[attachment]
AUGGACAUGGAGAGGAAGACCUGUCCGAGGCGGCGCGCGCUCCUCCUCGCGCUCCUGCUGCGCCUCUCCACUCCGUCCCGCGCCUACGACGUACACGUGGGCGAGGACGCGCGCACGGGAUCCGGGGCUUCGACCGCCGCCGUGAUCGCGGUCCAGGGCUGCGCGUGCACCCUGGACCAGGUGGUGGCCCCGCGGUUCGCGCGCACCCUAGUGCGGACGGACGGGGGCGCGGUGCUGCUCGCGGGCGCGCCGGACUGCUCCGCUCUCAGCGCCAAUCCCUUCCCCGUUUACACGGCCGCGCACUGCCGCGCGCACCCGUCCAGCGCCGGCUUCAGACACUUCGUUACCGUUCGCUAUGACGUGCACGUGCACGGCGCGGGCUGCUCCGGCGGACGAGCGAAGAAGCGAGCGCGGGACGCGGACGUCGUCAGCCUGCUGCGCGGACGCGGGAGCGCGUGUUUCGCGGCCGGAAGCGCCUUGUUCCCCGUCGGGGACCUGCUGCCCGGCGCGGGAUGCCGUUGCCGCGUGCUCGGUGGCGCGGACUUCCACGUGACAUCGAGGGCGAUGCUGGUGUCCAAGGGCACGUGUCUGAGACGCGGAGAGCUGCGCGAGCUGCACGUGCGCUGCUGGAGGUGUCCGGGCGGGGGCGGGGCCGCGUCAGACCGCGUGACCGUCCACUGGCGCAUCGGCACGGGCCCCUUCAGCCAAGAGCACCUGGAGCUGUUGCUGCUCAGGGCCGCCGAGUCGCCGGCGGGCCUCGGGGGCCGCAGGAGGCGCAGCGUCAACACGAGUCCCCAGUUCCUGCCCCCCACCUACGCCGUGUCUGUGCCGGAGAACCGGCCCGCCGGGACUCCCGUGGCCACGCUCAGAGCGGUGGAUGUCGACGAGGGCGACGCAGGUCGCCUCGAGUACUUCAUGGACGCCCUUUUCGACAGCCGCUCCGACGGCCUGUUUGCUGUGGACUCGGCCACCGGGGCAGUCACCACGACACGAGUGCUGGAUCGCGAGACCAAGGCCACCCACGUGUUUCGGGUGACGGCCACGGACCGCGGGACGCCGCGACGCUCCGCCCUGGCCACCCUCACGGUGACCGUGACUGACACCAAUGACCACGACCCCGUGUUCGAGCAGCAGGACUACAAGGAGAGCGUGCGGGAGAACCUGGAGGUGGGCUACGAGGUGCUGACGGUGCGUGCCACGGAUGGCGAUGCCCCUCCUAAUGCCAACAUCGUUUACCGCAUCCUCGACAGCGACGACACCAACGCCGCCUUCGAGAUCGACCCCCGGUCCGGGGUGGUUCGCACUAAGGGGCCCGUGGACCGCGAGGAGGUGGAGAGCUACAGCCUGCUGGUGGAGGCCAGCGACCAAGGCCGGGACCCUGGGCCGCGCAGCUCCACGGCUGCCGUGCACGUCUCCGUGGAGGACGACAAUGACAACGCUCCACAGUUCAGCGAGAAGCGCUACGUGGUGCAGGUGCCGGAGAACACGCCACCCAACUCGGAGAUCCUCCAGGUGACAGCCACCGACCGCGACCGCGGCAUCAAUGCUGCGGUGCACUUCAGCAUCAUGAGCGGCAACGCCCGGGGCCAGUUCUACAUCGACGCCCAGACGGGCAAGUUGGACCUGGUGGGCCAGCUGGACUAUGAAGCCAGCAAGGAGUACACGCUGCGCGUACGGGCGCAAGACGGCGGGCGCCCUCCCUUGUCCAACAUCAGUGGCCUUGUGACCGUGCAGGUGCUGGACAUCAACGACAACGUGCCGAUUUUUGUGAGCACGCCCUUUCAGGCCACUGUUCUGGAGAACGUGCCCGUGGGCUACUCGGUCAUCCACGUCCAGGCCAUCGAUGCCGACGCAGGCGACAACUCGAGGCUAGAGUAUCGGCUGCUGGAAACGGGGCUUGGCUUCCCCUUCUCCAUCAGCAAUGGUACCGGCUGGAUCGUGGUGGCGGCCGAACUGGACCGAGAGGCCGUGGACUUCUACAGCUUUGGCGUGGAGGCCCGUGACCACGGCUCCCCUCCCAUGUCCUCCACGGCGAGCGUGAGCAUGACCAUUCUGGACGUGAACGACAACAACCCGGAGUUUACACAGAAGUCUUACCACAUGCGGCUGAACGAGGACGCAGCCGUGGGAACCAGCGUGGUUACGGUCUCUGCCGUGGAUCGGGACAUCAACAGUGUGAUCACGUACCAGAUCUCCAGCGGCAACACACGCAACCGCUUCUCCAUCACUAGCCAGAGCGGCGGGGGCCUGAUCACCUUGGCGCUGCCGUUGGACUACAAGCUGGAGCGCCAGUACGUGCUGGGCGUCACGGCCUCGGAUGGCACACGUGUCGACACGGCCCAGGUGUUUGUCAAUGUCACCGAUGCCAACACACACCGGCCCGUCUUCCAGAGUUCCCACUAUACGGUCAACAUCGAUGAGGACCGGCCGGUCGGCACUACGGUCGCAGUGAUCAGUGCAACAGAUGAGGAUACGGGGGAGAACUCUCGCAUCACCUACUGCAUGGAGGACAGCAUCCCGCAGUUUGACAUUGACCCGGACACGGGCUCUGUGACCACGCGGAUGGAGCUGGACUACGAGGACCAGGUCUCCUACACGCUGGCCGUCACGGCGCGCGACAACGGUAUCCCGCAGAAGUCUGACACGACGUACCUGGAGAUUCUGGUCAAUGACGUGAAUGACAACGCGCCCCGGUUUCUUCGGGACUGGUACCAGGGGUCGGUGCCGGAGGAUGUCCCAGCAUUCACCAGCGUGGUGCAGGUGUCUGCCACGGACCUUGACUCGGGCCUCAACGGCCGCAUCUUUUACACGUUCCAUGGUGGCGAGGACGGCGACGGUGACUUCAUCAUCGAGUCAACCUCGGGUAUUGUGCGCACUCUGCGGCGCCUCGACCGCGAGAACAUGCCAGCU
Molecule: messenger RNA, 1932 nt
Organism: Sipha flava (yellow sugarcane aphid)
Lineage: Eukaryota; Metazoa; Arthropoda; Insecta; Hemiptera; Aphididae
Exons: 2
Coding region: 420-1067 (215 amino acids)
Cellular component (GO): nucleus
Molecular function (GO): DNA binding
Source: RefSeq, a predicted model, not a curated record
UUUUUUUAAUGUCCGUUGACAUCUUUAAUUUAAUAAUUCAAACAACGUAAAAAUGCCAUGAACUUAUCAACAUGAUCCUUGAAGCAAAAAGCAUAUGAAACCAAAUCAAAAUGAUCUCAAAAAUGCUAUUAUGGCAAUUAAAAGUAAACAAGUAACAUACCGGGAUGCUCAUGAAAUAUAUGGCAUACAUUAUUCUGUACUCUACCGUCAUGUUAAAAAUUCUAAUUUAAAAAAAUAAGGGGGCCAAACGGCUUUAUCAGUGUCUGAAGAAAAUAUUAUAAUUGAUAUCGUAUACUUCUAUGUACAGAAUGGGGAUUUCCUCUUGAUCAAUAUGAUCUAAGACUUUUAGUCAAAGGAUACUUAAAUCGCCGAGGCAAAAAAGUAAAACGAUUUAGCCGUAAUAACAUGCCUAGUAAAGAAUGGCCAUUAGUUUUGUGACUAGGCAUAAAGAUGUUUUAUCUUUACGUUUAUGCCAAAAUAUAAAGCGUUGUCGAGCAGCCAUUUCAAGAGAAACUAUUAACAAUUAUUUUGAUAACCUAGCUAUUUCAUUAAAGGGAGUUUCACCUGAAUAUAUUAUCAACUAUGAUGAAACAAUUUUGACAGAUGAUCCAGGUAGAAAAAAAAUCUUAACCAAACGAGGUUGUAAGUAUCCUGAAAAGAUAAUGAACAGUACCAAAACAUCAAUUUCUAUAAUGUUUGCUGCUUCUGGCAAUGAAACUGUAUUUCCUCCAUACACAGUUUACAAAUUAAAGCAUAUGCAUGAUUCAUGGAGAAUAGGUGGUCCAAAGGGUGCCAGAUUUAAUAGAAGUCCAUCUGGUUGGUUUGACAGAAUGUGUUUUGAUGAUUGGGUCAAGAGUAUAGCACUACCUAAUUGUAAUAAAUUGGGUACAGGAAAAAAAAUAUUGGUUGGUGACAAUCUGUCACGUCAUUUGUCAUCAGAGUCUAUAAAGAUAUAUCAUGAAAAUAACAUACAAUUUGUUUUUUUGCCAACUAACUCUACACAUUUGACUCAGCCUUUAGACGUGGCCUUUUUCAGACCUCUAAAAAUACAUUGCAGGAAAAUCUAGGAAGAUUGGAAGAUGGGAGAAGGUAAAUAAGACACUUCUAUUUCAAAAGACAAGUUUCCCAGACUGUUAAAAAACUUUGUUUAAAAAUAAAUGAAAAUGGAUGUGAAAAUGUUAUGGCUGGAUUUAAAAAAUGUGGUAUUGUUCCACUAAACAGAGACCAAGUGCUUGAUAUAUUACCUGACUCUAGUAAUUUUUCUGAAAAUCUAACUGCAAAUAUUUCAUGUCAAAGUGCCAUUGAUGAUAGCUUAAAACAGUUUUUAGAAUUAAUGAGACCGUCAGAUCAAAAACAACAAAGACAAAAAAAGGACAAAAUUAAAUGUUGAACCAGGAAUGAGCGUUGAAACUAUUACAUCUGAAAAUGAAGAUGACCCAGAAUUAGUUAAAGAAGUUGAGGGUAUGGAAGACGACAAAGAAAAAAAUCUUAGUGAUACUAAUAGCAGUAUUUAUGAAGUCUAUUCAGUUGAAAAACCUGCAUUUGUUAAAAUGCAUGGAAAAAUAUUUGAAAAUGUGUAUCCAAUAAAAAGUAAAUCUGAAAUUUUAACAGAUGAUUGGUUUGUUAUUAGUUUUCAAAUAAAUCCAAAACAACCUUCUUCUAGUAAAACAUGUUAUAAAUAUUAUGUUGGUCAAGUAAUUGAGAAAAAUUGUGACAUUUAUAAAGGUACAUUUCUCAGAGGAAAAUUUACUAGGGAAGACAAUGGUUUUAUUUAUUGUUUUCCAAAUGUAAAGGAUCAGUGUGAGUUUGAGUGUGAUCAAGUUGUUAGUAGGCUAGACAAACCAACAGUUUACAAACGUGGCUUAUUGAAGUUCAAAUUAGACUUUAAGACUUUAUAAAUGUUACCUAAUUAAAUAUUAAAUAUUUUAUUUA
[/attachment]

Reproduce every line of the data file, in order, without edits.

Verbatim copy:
AUGGACAUGGAGAGGAAGACCUGUCCGAGGCGGCGCGCGCUCCUCCUCGCGCUCCUGCUGCGCCUCUCCACUCCGUCCCGCGCCUACGACGUACACGUGGGCGAGGACGCGCGCACGGGAUCCGGGGCUUCGACCGCCGCCGUGAUCGCGGUCCAGGGCUGCGCGUGCACCCUGGACCAGGUGGUGGCCCCGCGGUUCGCGCGCACCCUAGUGCGGACGGACGGGGGCGCGGUGCUGCUCGCGGGCGCGCCGGACUGCUCCGCUCUCAGCGCCAAUCCCUUCCCCGUUUACACGGCCGCGCACUGCCGCGCGCACCCGUCCAGCGCCGGCUUCAGACACUUCGUUACCGUUCGCUAUGACGUGCACGUGCACGGCGCGGGCUGCUCCGGCGGACGAGCGAAGAAGCGAGCGCGGGACGCGGACGUCGUCAGCCUGCUGCGCGGACGCGGGAGCGCGUGUUUCGCGGCCGGAAGCGCCUUGUUCCCCGUCGGGGACCUGCUGCCCGGCGCGGGAUGCCGUUGCCGCGUGCUCGGUGGCGCGGACUUCCACGUGACAUCGAGGGCGAUGCUGGUGUCCAAGGGCACGUGUCUGAGACGCGGAGAGCUGCGCGAGCUGCACGUGCGCUGCUGGAGGUGUCCGGGCGGGGGCGGGGCCGCGUCAGACCGCGUGACCGUCCACUGGCGCAUCGGCACGGGCCCCUUCAGCCAAGAGCACCUGGAGCUGUUGCUGCUCAGGGCCGCCGAGUCGCCGGCGGGCCUCGGGGGCCGCAGGAGGCGCAGCGUCAACACGAGUCCCCAGUUCCUGCCCCCCACCUACGCCGUGUCUGUGCCGGAGAACCGGCCCGCCGGGACUCCCGUGGCCACGCUCAGAGCGGUGGAUGUCGACGAGGGCGACGCAGGUCGCCUCGAGUACUUCAUGGACGCCCUUUUCGACAGCCGCUCCGACGGCCUGUUUGCUGUGGACUCGGCCACCGGGGCAGUCACCACGACACGAGUGCUGGAUCGCGAGACCAAGGCCACCCACGUGUUUCGGGUGACGGCCACGGACCGCGGGACGCCGCGACGCUCCGCCCUGGCCACCCUCACGGUGACCGUGACUGACACCAAUGACCACGACCCCGUGUUCGAGCAGCAGGACUACAAGGAGAGCGUGCGGGAGAACCUGGAGGUGGGCUACGAGGUGCUGACGGUGCGUGCCACGGAUGGCGAUGCCCCUCCUAAUGCCAACAUCGUUUACCGCAUCCUCGACAGCGACGACACCAACGCCGCCUUCGAGAUCGACCCCCGGUCCGGGGUGGUUCGCACUAAGGGGCCCGUGGACCGCGAGGAGGUGGAGAGCUACAGCCUGCUGGUGGAGGCCAGCGACCAAGGCCGGGACCCUGGGCCGCGCAGCUCCACGGCUGCCGUGCACGUCUCCGUGGAGGACGACAAUGACAACGCUCCACAGUUCAGCGAGAAGCGCUACGUGGUGCAGGUGCCGGAGAACACGCCACCCAACUCGGAGAUCCUCCAGGUGACAGCCACCGACCGCGACCGCGGCAUCAAUGCUGCGGUGCACUUCAGCAUCAUGAGCGGCAACGCCCGGGGCCAGUUCUACAUCGACGCCCAGACGGGCAAGUUGGACCUGGUGGGCCAGCUGGACUAUGAAGCCAGCAAGGAGUACACGCUGCGCGUACGGGCGCAAGACGGCGGGCGCCCUCCCUUGUCCAACAUCAGUGGCCUUGUGACCGUGCAGGUGCUGGACAUCAACGACAACGUGCCGAUUUUUGUGAGCACGCCCUUUCAGGCCACUGUUCUGGAGAACGUGCCCGUGGGCUACUCGGUCAUCCACGUCCAGGCCAUCGAUGCCGACGCAGGCGACAACUCGAGGCUAGAGUAUCGGCUGCUGGAAACGGGGCUUGGCUUCCCCUUCUCCAUCAGCAAUGGUACCGGCUGGAUCGUGGUGGCGGCCGAACUGGACCGAGAGGCCGUGGACUUCUACAGCUUUGGCGUGGAGGCCCGUGACCACGGCUCCCCUCCCAUGUCCUCCACGGCGAGCGUGAGCAUGACCAUUCUGGACGUGAACGACAACAACCCGGAGUUUACACAGAAGUCUUACCACAUGCGGCUGAACGAGGACGCAGCCGUGGGAACCAGCGUGGUUACGGUCUCUGCCGUGGAUCGGGACAUCAACAGUGUGAUCACGUACCAGAUCUCCAGCGGCAACACACGCAACCGCUUCUCCAUCACUAGCCAGAGCGGCGGGGGCCUGAUCACCUUGGCGCUGCCGUUGGACUACAAGCUGGAGCGCCAGUACGUGCUGGGCGUCACGGCCUCGGAUGGCACACGUGUCGACACGGCCCAGGUGUUUGUCAAUGUCACCGAUGCCAACACACACCGGCCCGUCUUCCAGAGUUCCCACUAUACGGUCAACAUCGAUGAGGACCGGCCGGUCGGCACUACGGUCGCAGUGAUCAGUGCAACAGAUGAGGAUACGGGGGAGAACUCUCGCAUCACCUACUGCAUGGAGGACAGCAUCCCGCAGUUUGACAUUGACCCGGACACGGGCUCUGUGACCACGCGGAUGGAGCUGGACUACGAGGACCAGGUCUCCUACACGCUGGCCGUCACGGCGCGCGACAACGGUAUCCCGCAGAAGUCUGACACGACGUACCUGGAGAUUCUGGUCAAUGACGUGAAUGACAACGCGCCCCGGUUUCUUCGGGACUGGUACCAGGGGUCGGUGCCGGAGGAUGUCCCAGCAUUCACCAGCGUGGUGCAGGUGUCUGCCACGGACCUUGACUCGGGCCUCAACGGCCGCAUCUUUUACACGUUCCAUGGUGGCGAGGACGGCGACGGUGACUUCAUCAUCGAGUCAACCUCGGGUAUUGUGCGCACUCUGCGGCGCCUCGACCGCGAGAACAUGCCAGCU
Molecule: messenger RNA, 1932 nt
Organism: Sipha flava (yellow sugarcane aphid)
Lineage: Eukaryota; Metazoa; Arthropoda; Insecta; Hemiptera; Aphididae
Exons: 2
Coding region: 420-1067 (215 amino acids)
Cellular component (GO): nucleus
Molecular function (GO): DNA binding
Source: RefSeq, a predicted model, not a curated record
UUUUUUUAAUGUCCGUUGACAUCUUUAAUUUAAUAAUUCAAACAACGUAAAAAUGCCAUGAACUUAUCAACAUGAUCCUUGAAGCAAAAAGCAUAUGAAACCAAAUCAAAAUGAUCUCAAAAAUGCUAUUAUGGCAAUUAAAAGUAAACAAGUAACAUACCGGGAUGCUCAUGAAAUAUAUGGCAUACAUUAUUCUGUACUCUACCGUCAUGUUAAAAAUUCUAAUUUAAAAAAAUAAGGGGGCCAAACGGCUUUAUCAGUGUCUGAAGAAAAUAUUAUAAUUGAUAUCGUAUACUUCUAUGUACAGAAUGGGGAUUUCCUCUUGAUCAAUAUGAUCUAAGACUUUUAGUCAAAGGAUACUUAAAUCGCCGAGGCAAAAAAGUAAAACGAUUUAGCCGUAAUAACAUGCCUAGUAAAGAAUGGCCAUUAGUUUUGUGACUAGGCAUAAAGAUGUUUUAUCUUUACGUUUAUGCCAAAAUAUAAAGCGUUGUCGAGCAGCCAUUUCAAGAGAAACUAUUAACAAUUAUUUUGAUAACCUAGCUAUUUCAUUAAAGGGAGUUUCACCUGAAUAUAUUAUCAACUAUGAUGAAACAAUUUUGACAGAUGAUCCAGGUAGAAAAAAAAUCUUAACCAAACGAGGUUGUAAGUAUCCUGAAAAGAUAAUGAACAGUACCAAAACAUCAAUUUCUAUAAUGUUUGCUGCUUCUGGCAAUGAAACUGUAUUUCCUCCAUACACAGUUUACAAAUUAAAGCAUAUGCAUGAUUCAUGGAGAAUAGGUGGUCCAAAGGGUGCCAGAUUUAAUAGAAGUCCAUCUGGUUGGUUUGACAGAAUGUGUUUUGAUGAUUGGGUCAAGAGUAUAGCACUACCUAAUUGUAAUAAAUUGGGUACAGGAAAAAAAAUAUUGGUUGGUGACAAUCUGUCACGUCAUUUGUCAUCAGAGUCUAUAAAGAUAUAUCAUGAAAAUAACAUACAAUUUGUUUUUUUGCCAACUAACUCUACACAUUUGACUCAGCCUUUAGACGUGGCCUUUUUCAGACCUCUAAAAAUACAUUGCAGGAAAAUCUAGGAAGAUUGGAAGAUGGGAGAAGGUAAAUAAGACACUUCUAUUUCAAAAGACAAGUUUCCCAGACUGUUAAAAAACUUUGUUUAAAAAUAAAUGAAAAUGGAUGUGAAAAUGUUAUGGCUGGAUUUAAAAAAUGUGGUAUUGUUCCACUAAACAGAGACCAAGUGCUUGAUAUAUUACCUGACUCUAGUAAUUUUUCUGAAAAUCUAACUGCAAAUAUUUCAUGUCAAAGUGCCAUUGAUGAUAGCUUAAAACAGUUUUUAGAAUUAAUGAGACCGUCAGAUCAAAAACAACAAAGACAAAAAAAGGACAAAAUUAAAUGUUGAACCAGGAAUGAGCGUUGAAACUAUUACAUCUGAAAAUGAAGAUGACCCAGAAUUAGUUAAAGAAGUUGAGGGUAUGGAAGACGACAAAGAAAAAAAUCUUAGUGAUACUAAUAGCAGUAUUUAUGAAGUCUAUUCAGUUGAAAAACCUGCAUUUGUUAAAAUGCAUGGAAAAAUAUUUGAAAAUGUGUAUCCAAUAAAAAGUAAAUCUGAAAUUUUAACAGAUGAUUGGUUUGUUAUUAGUUUUCAAAUAAAUCCAAAACAACCUUCUUCUAGUAAAACAUGUUAUAAAUAUUAUGUUGGUCAAGUAAUUGAGAAAAAUUGUGACAUUUAUAAAGGUACAUUUCUCAGAGGAAAAUUUACUAGGGAAGACAAUGGUUUUAUUUAUUGUUUUCCAAAUGUAAAGGAUCAGUGUGAGUUUGAGUGUGAUCAAGUUGUUAGUAGGCUAGACAAACCAACAGUUUACAAACGUGGCUUAUUGAAGUUCAAAUUAGACUUUAAGACUUUAUAAAUGUUACCUAAUUAAAUAUUAAAUAUUUUAUUUA